What to do with cherry pits? Here are 5 smart tips to reuse them!
Have you wondered what to do with cherry pits? Yes, it’s officially the cherry season! Whether it’s a delicious cake, fresh ice cream for hot days, pies or homemade jam, this fruit is universal. However, the consumption of small red fruits also results in waste that, believe it or not, we can recycle in some surprising and unsuspected ways. As you probably already guessed, these are the cherry pits. Here are 5 tips to use them!
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Are cherry pits poisonous?
Before revealing the different ways to recycle this waste, it is important to first examine an interesting fact about its toxicity. Cherries have a pit that surrounds their seed. Just like other stone fruits, cherry pits contain amygdalin. The latter features cyanogenic glycosides, which is a chemical that the body converts into a toxic compound called hydrogen cyanide. It interacts with oxygen transport, which can damage vital organs like the brain, heart and lungs. Here is the reason why you should never eat the pits of cherries.
SOS, I swallowed a cherry pit! What to do? In general, swallowing a pit is unlikely to be toxic. However, chewing one or more can produce hydrogen cyanide. If you chew and swallow several pits, symptoms such as headaches, convulsions and difficulty breathing may occur. In all cases, medical assistance is required.
Although these pits are not edible, there are safe ways to use them for culinary purposes. Note that the recipes do not use the pits themselves, but rather aim to extract flavor from the remaining fruit. So, let’s see what to do with cherry pits.
Our 5 tips for recycling cherry pits
You have just prepared a delicious dessert and you are wondering what to do with the pits? Then you have come to the right place since the editorial staff has prepared some good ideas for recycling cherry pits in unexpected ways.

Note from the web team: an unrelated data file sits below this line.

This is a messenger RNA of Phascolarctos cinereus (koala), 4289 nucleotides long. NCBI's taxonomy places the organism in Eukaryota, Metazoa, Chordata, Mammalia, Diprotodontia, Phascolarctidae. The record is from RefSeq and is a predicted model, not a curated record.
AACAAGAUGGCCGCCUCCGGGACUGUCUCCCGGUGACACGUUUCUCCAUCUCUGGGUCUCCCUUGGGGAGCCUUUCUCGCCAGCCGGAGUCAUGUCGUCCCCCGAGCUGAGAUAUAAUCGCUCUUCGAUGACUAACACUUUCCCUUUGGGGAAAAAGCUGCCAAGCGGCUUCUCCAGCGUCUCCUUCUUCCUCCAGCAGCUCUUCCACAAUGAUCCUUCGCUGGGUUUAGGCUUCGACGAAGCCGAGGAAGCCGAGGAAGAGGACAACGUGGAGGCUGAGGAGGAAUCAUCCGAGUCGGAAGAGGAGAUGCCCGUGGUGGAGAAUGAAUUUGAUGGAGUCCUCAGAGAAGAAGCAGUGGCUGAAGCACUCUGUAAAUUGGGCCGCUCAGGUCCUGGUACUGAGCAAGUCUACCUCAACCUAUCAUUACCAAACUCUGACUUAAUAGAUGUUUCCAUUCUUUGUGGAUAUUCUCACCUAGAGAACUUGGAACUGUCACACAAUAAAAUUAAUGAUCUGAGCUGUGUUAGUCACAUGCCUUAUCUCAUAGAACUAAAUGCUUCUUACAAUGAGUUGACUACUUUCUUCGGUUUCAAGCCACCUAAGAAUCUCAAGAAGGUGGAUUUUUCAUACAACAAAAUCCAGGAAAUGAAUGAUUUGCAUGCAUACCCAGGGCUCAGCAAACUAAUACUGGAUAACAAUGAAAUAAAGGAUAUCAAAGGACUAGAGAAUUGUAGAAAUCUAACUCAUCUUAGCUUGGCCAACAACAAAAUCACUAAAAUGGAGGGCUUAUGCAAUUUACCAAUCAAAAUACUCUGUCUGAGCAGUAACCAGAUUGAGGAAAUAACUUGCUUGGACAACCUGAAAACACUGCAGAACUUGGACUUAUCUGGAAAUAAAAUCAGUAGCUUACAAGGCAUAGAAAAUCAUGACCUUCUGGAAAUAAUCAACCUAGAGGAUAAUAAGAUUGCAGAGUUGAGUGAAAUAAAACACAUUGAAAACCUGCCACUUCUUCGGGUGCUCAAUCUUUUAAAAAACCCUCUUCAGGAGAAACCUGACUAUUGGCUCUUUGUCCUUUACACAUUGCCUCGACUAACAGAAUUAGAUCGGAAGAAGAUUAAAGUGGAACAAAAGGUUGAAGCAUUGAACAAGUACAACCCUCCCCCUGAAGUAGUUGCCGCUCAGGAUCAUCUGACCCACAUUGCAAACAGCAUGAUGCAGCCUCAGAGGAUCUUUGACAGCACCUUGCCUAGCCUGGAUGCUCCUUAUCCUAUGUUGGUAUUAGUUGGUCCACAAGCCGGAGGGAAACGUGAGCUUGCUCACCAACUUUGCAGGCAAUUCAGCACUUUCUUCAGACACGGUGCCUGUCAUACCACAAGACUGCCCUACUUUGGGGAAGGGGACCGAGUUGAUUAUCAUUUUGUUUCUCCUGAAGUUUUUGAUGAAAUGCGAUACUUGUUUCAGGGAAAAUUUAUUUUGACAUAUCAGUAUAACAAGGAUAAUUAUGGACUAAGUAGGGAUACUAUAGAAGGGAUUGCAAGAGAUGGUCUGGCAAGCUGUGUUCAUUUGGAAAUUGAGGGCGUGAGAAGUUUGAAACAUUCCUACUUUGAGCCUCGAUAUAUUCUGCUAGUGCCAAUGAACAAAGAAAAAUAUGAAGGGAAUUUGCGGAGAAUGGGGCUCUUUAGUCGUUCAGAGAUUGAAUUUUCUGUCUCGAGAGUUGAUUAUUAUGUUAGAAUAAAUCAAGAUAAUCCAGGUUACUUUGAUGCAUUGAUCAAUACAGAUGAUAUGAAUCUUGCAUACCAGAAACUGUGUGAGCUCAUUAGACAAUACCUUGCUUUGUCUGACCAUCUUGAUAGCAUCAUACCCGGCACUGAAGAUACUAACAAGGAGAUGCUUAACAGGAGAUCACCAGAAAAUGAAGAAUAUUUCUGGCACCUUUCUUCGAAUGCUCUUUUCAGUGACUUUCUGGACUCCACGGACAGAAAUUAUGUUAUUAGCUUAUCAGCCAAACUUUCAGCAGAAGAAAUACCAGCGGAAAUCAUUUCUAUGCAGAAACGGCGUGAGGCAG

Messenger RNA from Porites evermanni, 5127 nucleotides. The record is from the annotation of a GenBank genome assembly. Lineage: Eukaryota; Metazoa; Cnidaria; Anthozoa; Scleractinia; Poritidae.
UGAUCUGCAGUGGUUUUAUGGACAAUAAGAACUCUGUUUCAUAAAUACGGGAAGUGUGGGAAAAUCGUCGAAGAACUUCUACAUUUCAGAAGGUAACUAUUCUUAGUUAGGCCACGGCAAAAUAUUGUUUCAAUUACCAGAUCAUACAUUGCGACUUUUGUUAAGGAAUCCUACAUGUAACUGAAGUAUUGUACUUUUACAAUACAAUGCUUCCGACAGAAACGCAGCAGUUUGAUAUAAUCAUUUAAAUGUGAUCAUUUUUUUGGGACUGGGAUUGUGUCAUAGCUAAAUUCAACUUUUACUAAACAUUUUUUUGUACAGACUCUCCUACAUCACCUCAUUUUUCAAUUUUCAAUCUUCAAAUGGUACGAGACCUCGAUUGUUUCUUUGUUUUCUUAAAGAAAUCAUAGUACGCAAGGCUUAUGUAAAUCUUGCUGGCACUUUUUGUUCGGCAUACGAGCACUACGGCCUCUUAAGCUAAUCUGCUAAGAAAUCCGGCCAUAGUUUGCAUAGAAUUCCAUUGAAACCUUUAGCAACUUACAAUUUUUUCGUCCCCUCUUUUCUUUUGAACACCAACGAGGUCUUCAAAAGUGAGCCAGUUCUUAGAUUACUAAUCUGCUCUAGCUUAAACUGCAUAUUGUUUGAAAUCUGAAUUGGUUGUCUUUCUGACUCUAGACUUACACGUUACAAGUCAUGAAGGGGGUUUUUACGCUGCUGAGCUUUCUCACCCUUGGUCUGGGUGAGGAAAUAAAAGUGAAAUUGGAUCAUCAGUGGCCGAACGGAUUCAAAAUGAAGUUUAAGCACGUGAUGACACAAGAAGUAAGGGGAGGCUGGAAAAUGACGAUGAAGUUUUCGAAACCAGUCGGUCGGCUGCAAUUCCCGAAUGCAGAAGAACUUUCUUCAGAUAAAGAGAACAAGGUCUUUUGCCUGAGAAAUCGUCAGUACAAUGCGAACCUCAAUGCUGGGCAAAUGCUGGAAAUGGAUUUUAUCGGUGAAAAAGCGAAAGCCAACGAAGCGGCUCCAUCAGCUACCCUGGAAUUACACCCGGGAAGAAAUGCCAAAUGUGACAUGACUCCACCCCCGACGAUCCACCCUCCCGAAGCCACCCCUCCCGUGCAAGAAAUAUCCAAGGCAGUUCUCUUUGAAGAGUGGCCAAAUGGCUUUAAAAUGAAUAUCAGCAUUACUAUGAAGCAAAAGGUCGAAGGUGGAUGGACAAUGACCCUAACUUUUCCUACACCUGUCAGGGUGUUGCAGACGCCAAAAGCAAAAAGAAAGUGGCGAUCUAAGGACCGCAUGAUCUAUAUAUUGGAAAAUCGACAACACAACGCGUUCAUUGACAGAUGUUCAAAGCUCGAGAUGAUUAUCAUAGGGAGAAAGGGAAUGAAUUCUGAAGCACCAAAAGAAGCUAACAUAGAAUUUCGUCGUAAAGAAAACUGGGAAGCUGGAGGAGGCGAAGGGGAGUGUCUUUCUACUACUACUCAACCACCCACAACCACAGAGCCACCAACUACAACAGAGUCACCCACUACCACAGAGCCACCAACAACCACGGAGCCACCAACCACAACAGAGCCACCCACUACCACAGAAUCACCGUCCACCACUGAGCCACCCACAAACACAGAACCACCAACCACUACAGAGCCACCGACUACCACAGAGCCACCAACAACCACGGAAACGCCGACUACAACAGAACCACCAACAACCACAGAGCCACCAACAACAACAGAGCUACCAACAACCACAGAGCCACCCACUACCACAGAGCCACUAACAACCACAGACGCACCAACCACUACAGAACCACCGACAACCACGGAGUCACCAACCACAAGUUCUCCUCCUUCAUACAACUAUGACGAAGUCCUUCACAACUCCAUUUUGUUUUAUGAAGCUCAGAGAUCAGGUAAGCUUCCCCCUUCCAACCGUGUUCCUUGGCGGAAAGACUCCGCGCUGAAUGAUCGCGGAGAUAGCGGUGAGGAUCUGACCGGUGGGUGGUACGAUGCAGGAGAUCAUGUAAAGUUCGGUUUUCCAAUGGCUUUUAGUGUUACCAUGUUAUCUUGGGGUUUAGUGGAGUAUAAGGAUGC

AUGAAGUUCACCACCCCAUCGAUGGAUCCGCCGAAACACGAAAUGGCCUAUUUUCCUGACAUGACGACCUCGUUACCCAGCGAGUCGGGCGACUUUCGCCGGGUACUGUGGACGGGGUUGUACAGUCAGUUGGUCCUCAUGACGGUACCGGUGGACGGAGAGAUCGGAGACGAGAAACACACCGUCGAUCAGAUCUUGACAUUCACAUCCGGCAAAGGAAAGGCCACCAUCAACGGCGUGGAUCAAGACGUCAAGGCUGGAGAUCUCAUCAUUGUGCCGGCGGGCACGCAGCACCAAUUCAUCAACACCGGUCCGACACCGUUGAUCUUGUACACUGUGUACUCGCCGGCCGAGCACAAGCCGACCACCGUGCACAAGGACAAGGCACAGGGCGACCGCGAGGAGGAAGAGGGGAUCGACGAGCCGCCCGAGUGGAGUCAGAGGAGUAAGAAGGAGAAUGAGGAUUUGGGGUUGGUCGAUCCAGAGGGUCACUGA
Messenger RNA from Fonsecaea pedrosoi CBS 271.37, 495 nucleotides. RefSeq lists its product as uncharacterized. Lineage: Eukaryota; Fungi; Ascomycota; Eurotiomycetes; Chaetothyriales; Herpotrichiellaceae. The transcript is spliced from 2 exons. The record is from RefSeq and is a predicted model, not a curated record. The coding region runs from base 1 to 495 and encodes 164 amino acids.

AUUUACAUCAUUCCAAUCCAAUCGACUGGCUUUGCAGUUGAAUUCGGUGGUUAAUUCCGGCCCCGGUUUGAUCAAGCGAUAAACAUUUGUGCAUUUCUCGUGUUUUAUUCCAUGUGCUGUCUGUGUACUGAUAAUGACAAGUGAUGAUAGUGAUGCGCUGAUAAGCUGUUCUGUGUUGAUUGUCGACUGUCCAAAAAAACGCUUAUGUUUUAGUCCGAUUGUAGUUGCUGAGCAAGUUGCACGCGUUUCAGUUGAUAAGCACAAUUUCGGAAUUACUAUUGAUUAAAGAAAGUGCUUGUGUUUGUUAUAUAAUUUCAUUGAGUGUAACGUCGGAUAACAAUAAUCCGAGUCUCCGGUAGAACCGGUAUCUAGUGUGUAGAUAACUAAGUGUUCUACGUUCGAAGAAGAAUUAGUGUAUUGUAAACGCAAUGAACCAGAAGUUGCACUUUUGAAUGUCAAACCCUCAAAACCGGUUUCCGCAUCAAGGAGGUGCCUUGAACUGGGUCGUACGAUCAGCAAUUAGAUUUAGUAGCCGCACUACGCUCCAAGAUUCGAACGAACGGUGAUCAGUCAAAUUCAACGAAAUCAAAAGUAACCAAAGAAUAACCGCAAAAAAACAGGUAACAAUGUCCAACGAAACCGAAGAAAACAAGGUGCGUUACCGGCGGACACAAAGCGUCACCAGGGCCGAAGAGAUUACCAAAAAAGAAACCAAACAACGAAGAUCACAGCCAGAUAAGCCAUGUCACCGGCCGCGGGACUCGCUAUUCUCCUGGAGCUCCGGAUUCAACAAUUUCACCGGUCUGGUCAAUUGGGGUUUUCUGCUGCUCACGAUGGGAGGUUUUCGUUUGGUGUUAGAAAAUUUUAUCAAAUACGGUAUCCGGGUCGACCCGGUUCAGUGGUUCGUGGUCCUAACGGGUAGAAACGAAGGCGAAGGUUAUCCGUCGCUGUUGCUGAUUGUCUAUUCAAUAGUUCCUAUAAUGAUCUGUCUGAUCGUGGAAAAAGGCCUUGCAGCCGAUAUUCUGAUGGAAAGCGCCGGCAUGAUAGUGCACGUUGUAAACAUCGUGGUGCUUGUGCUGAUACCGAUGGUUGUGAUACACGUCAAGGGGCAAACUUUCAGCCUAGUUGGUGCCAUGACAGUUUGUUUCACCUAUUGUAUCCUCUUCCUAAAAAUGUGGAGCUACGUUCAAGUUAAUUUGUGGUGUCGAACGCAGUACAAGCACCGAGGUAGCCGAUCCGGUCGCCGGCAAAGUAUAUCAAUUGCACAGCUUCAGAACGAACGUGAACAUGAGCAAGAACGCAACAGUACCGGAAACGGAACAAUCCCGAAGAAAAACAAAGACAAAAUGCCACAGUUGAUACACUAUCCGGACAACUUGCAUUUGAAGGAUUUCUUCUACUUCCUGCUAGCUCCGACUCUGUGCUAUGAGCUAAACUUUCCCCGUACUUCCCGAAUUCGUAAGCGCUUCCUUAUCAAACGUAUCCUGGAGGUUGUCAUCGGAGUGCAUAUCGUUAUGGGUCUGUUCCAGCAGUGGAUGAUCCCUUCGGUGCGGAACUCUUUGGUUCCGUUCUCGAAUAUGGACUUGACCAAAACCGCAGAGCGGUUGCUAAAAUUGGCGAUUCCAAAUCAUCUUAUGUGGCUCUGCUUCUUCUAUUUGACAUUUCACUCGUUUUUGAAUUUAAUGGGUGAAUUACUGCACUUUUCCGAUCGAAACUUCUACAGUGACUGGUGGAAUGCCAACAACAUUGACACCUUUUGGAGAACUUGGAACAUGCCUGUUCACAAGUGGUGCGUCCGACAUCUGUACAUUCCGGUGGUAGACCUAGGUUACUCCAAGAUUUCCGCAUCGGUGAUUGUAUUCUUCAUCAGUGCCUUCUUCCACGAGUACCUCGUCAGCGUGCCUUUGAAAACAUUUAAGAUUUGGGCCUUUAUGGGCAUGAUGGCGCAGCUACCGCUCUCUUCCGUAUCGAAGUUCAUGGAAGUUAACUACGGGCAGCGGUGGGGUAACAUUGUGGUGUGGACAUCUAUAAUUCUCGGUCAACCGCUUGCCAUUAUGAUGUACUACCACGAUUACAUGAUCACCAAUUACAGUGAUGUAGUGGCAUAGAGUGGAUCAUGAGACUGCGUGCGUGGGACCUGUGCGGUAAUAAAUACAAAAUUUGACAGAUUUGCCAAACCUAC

DIY cherry pit hot heating pad
Do you know that it is quite possible to use cherry pits for DIY heating pad? Pits are particularly renowned for maintaining and restoring heat, hence they are very practical for making this type of pads. Such a pad acts as a universal remedy and its ergonomic shape makes it very easy to use on the different parts of the body.
The heating pads are used to relieve painful periods, low back pain, back pain, etc. But, which fabric should you choose? Choose high-quality cotton fabric. Now we invite you to watch the video below to learn how to make such a cherry pit heating pad. Note that the pits of the cherries must be well cleaned and dried in the sun.
Chase away anxiety with a stress ball
Anti-stress balls are an effective tool to drive away anxiety, reduce stress and relax. Make such a ball by filling a small ball with cleaned and well-dried cherry pits.
Provide good drainage for your plants
How about swapping pebbles for cherry pits to provide good drainage for your plants? Place a layer of about 2-5 cm at the bottom of the pot before installing the plants. This method will prevent water stagnation.
Can you grow a cherry tree from pits?
Yes, you can! Carefully clean about ten cherry pits with a brush under running water and let them dry for 5-6 days. Transfer to a container and put in the fridge for 10 weeks. After that, take the pits out of the fridge and leave them in the kitchen so that they can come to room temperature. Take 2-3 pits and put them into a container with soil. Water and wait to see your seedlings.
Prepare a syrup from the cherry pits
Preparing your favorite jam of course requires pitting the cherries, but then you end up with a lot of pits? So continue with your culinary adventures by preparing cherry pits syrup. Here are the ingredients needed:
- 200 g of cherry pits
- 100 g of sugar
- A pinch of salt, to taste
- 1 drop of rose water (optional)
- 1 drop of almond extract (optional)
- In a small bowl, combine the pits with the sugar and mix. Then cover tightly and set aside for about 3 hours. Shake the bowl occasionally to help dissolve the sugar.
- Once the sugar has completely dissolved, strain the syrup through a fine-mesh sieve.
- Season with a pinch of salt and add a drop of rose water and a drop of almond extract.
- Pour the syrup into an airtight container and refrigerate for up to a month.